Some fans remain unimpressed by Seifert’s efforts to seem humble. Last week banners were hung outside Bayern’s Allianz Arena and at their old Olympic Stadium ground in Munich, with messages like “Even a pandemic can’t stop your greed: No to Ghost Games” and “Coronatests for risk-groups, not millionaire-toys.”
Really this is a continuation of the ideological war that has been going on in German football for several years, between those who support the 50+1 system of fan ownership, and those who believe the German game should be opened up for greater commercialisation and private investment.
One group, ProFans, released an impassioned statement attacking the media for dumbly playing along with the league’s “grotesque” suggestions for getting the show back on the road without the fans.
“Are leagues and clubs capable of learning from this absurd situation?” they wrote. “A league that generates incredible amounts of money faces financial collapse after just a few weeks’ worth of interruption to the normal schedule? This is exactly the point that we have been making for years: football is only about maximising profits for the few. The sport tramples its own values and has abandoned its fanbase. Whenever a crisis comes along the fans are useful for saving the club, but later their interests are ignored.”
For the game’s corporate powerbrokers, the situation could not be clearer. Whether or not there are fans in the stands, the basic fact is that the clubs need to play the games in order to get the TV money; without that money, football in its current form is finished. This is music to the ears of ultras, who see the clubs’ dependence on ever-growing income streams as an addiction that has to be broken. The coronavirus shutdown might just be the cold turkey therapy the league has needed for years.
These fans are quite prepared to see technical standards in German football fall if it means protecting the game from what they see as the malignant influence of big money. Cut and cap the ticket prices, cut and cap the salaries, protect 50+1. If that means the best German players go to England or Spain for the money, so be it – the game will survive without them.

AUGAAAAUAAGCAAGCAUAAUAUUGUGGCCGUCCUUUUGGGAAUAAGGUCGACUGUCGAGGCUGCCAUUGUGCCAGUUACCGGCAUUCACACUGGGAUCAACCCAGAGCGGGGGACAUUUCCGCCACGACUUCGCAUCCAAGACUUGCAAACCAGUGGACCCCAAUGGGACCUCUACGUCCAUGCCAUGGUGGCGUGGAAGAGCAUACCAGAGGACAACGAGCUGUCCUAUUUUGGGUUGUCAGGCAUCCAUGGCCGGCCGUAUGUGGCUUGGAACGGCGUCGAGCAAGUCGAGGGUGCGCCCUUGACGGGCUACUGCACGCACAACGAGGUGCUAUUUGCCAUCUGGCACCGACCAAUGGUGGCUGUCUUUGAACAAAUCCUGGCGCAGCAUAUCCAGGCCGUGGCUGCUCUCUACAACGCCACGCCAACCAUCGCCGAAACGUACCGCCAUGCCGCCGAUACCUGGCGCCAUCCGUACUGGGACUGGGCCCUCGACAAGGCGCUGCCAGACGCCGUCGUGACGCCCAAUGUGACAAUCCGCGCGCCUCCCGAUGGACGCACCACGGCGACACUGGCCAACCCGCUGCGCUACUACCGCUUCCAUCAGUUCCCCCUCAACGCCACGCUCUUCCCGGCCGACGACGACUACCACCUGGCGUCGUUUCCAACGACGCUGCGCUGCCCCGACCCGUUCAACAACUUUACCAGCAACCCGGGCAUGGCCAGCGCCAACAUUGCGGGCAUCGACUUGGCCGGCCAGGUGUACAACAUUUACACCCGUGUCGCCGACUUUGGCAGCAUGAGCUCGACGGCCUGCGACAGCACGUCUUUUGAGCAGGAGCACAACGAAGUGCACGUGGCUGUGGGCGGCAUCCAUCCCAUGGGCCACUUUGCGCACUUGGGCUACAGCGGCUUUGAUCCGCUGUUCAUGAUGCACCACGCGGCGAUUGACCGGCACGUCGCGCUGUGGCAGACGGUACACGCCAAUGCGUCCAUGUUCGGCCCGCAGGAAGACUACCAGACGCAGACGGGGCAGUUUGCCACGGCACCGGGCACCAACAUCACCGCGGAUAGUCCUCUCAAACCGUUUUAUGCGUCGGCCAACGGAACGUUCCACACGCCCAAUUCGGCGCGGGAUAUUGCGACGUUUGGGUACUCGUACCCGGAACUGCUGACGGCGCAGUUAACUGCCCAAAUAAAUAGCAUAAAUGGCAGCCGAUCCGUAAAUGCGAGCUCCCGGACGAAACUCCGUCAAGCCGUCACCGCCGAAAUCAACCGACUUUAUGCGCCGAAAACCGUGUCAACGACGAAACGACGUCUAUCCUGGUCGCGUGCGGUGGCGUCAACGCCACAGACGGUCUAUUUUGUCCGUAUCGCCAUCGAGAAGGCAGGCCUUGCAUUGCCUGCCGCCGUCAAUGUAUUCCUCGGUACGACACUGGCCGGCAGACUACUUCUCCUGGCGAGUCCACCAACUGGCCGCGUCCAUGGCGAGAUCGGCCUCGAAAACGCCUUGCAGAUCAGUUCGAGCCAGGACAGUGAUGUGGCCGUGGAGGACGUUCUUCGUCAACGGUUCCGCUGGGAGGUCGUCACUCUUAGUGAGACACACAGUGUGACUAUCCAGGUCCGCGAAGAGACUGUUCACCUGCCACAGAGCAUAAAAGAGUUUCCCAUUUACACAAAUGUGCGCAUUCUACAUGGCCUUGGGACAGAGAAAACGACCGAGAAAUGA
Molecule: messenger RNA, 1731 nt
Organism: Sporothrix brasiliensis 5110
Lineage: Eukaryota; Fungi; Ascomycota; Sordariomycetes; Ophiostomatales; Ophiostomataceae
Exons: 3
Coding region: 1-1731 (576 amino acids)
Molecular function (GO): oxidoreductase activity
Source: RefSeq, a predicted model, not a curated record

‘Values of the masses’
“To be clear, the DFB and DFL will not be judged according to whether Germany wins the Euros or a German club wins the Champions League in the next few years,” ProFans argue. “The real question of the future is whether football will continue to worship solvent investors and their capital, or whether it will follow the will and the values of the masses who support it.”
Whether such groups really speak for “the masses” would be contested by the executives running the clubs. Remember that Karl-Heinz Rummenigge, as he denounced the actions of Bayern ultras at Hoffenheim a few weeks ago, before the virus shut everything down, described them as “enemies of football… they always say it’s our club – no, it’s not your club. We want nothing to do with them.”
Borussia Dortmund CEO Hans-Joachim Watzke claimed in an interview over the weekend that the game could either go ahead with the league’s unpalatable plan, or accept there will be no football at all until 2021. “If you reject this concept now, nothing will have changed in eight weeks… If there is no football played for a year, the lights go out everywhere – even at BVB.” A WDR poll last week found that 52 per cent of fans were in favour of restarting the league behind closed doors, with 30 per cent against. Nobody likes ghost games, but most still seem to feel they’re better than nothing at all.